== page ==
The Trump administration’s decision to end President Obama’s Deferred Action for Childhood Arrivals (DACA) will unleash a world of trouble, and resurrect Dreamer politics. It’s most intense and threatening for the 800,000 recipients, their families, friends, neighbors, and employers, but the drama won’t stop there.
The Dreamers, young people brought to the United States as children, are the most photogenic, sympathetic, and politically engaged people directly touched by a failed immigration policy. The DREAM Act would have provided them with permanent legal status and, in many versions, a path toward citizenship. It also would have peeled off the simplest political problem from the larger immigration debate. Versions of the DREAM Act have floated up through the legislature for well over a decade, dramatically failing in the lame duck Congress legislating in the wake of the Tea Party election of 2010. (We’ve discussed the Dreamers since that time, here and here and here.) Brave Dreamers and their supporters marched, lobbied, fasted, and sat in at legislators’ offices to promote their cause.
When Republicans took control of the House, a significant Nativist caucus in their midst, President Obama tried to do what he could–and, it turned out, more than he could, in offering temporary work status and protection from deportation (DACA). An inadequate solution, the policy nonetheless brought some political peace, and the larger immigration debate festered and stalled at the same time. Mostly, the language of the Dream largely disappeared from the debate.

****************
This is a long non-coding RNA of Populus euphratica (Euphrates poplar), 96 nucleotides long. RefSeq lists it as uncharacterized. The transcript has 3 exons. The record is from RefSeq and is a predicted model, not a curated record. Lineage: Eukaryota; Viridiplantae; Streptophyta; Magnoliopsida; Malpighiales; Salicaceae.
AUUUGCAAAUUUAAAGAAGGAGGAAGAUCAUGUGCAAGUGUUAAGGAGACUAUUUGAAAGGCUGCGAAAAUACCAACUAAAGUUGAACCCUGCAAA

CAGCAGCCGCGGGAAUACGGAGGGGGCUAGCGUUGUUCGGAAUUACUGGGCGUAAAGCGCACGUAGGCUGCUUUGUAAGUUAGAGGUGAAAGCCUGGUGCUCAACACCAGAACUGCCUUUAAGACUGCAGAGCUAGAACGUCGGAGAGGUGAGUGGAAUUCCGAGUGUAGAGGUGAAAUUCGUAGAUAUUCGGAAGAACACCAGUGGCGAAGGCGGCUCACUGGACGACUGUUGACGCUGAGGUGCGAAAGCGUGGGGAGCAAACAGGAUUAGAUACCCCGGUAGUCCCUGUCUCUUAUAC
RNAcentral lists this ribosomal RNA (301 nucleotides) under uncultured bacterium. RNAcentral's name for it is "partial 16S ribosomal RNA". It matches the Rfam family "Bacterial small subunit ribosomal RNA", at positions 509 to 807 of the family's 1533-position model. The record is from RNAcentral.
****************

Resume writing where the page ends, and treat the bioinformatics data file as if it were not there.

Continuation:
Ending DACA brings the politics of the DREAM back. These young people and their allies now have no options beyond politics. Expect the full range of protests from the last wave to come back, only stronger. The protests, in front of the Trump Tower and the White House and across the United States, are already here.
DACA made visible nearly a million young people to their teachers, employers, and neighbors, and their support has only grown. So too has their collective will and political skill in making a case for joining the American project. Their vigorous supporters now include big business, local politicians, university administrations, and many conservative Republicans in Congress. Obama’s Executive Order left the Dreamers not only more committed, but also politically stronger, than ever before.
In what has become his characteristic leadership style, Trump has demanded that Congress fix his political problem without providing a hint of what policy he wants to see. He is clearly more interested in avoiding blame than advancing policy. Because that Nativist caucus is at least as powerful in the Republican Party, Congress will be unable to act without some bipartisan cooperation.
There are some promising signs, like the DREAM bill cosponsored by Senators Lindsey Graham (R-SC) and Dick Durbin (D-IL), but any efforts will be opposed by that Nativist slice of the Republican Party–and the Attorney General of the United States, Jeff Sessions. Immigration reformers are going to want action that addresses the other 10 million or so undocumented immigrants in limbo. And any progress made by Congress will provoke the Trump voters who are still waiting for the wall.